NGPF Fellows: Personal Finance Student of the Year Award, Edition 14

Aug 22, 2019
NGPF Fellows, Financial Literacy

To acknowledge the efforts that teachers put into their classes, NGPF Fellows have the option to award a 'Personal Finance Student of the Year Award' to one student with outstanding contributions in their personal finance class. The Fellow selects a student based on the following criteria:

  • The student has taken the Fellow's personal finance class in the 2018-2019 school year
  • The student has demonstrated outstanding performance in the class based on their participation, academic excellence, and passion for the subject. 

We'll showcase 2 students per week who will also share how they benefited from having a personal finance education in high school.

Congratulations this week go to:


Student: Ray Kovacsics

Teacher: Julius Prezelski

School: Mount Saint Joseph High School (Baltimore, MD)

"As a result of taking Personal Finance, I have become more money conscious. I learned how to grow my money, create a budget, and how to get out of debt. I have created a basic budget that I stick to by looking for deals and staying away from impulse purchases. Also, I have opened a savings account and am looking into opening a Roth IRA. Personal Finance has sparked my interest in business. As a result, I am involved with multiple business-oriented clubs and have participated in competitions."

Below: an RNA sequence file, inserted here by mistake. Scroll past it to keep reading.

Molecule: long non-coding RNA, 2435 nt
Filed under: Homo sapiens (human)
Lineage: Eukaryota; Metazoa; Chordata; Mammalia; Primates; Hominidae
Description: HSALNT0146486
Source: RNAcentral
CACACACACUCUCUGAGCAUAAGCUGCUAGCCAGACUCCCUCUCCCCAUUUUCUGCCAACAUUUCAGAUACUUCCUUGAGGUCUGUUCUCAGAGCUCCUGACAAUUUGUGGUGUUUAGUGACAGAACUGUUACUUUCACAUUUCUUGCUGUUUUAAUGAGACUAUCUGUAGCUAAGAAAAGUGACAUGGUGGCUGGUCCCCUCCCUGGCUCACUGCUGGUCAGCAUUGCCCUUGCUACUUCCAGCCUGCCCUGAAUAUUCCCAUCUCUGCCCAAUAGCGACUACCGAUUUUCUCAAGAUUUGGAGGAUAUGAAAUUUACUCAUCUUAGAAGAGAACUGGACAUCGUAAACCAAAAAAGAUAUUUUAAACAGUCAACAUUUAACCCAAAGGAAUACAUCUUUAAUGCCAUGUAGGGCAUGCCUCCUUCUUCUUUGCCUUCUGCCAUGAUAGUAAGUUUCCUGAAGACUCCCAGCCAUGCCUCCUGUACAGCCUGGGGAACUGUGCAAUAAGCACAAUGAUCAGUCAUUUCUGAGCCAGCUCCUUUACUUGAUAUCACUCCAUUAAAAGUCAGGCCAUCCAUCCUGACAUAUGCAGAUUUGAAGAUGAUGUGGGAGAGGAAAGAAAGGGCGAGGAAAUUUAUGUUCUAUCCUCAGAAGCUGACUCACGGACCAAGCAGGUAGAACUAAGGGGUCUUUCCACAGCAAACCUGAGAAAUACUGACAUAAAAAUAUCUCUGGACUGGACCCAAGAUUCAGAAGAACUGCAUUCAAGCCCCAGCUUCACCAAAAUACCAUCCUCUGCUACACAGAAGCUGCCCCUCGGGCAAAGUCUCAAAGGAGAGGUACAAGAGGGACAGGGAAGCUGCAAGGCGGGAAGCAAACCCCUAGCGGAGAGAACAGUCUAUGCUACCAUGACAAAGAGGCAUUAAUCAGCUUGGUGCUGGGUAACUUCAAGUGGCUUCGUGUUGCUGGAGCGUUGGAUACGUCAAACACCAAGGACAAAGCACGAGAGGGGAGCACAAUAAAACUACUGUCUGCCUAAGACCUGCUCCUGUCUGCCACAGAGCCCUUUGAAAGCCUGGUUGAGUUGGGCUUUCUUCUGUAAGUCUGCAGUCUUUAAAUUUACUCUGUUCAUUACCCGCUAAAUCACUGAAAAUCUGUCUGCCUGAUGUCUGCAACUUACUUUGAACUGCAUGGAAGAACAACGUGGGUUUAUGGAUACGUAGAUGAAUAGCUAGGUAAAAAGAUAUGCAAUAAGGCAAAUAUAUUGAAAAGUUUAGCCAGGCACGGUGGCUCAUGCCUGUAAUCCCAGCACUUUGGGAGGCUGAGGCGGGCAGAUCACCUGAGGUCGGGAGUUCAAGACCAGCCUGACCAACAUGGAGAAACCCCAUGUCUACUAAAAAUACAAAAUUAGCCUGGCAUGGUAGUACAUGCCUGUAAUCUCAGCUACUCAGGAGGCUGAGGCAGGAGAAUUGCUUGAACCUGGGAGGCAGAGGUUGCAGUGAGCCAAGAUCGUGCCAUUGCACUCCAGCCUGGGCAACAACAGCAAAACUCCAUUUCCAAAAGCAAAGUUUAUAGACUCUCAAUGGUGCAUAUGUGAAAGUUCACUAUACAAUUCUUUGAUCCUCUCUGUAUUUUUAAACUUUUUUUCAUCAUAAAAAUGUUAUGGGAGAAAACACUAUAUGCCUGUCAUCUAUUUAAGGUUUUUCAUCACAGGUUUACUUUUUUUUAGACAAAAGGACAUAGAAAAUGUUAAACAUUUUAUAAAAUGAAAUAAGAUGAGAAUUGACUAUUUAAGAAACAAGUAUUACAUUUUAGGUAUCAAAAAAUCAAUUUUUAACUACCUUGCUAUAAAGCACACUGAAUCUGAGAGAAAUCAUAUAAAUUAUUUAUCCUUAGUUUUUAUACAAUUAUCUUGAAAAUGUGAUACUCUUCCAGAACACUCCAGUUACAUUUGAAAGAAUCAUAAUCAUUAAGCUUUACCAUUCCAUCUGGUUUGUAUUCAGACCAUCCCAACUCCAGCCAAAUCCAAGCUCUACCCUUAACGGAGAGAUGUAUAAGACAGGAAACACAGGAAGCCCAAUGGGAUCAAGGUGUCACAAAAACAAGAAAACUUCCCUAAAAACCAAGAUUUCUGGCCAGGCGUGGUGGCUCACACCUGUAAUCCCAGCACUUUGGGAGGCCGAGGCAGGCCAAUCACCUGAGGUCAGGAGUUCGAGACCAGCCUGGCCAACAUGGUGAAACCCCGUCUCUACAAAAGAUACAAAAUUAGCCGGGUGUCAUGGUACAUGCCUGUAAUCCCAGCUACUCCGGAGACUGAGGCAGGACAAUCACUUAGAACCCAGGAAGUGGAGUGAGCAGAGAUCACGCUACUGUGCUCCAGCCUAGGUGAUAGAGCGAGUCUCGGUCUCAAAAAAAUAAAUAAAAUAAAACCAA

Student: Rrylee Downs

Teacher: Kathey Hatfield

School: Chiawana High School (Pasco, WA)

"My career goal after high school is to be an elementary teacher. I'm able to take a class called “Careers in Education" that provides me an opportunity to assist at our local elementary school. While working with the 3rd graders and completing my own personal finance class, I thought teaching a personal finance lesson to 3rd graders would be a good idea. Some of the students receive an allowance and/or shop with their families and at this age, don't always make wise spending decisions. So, prepared a lesson plan for the class I work in. The lesson went over the significance of knowing the difference between wants and needs in order to spend money more wisely. The students enjoyed the lessons and I hope to build on it before the school year ends. "

About the Author

Laura Matchett

After graduating with an education degree and spending 7 years in an elementary classroom, Laura made the switch to the non-profit world and loves interacting with students, educators and business professionals across the country. She is passionate about all students having access to high quality education and views personal finance education as one way to ‘level the playing field’. When Laura is not locating or creating high quality educational resources, you can find her mountain biking or searching for the best ramen in town!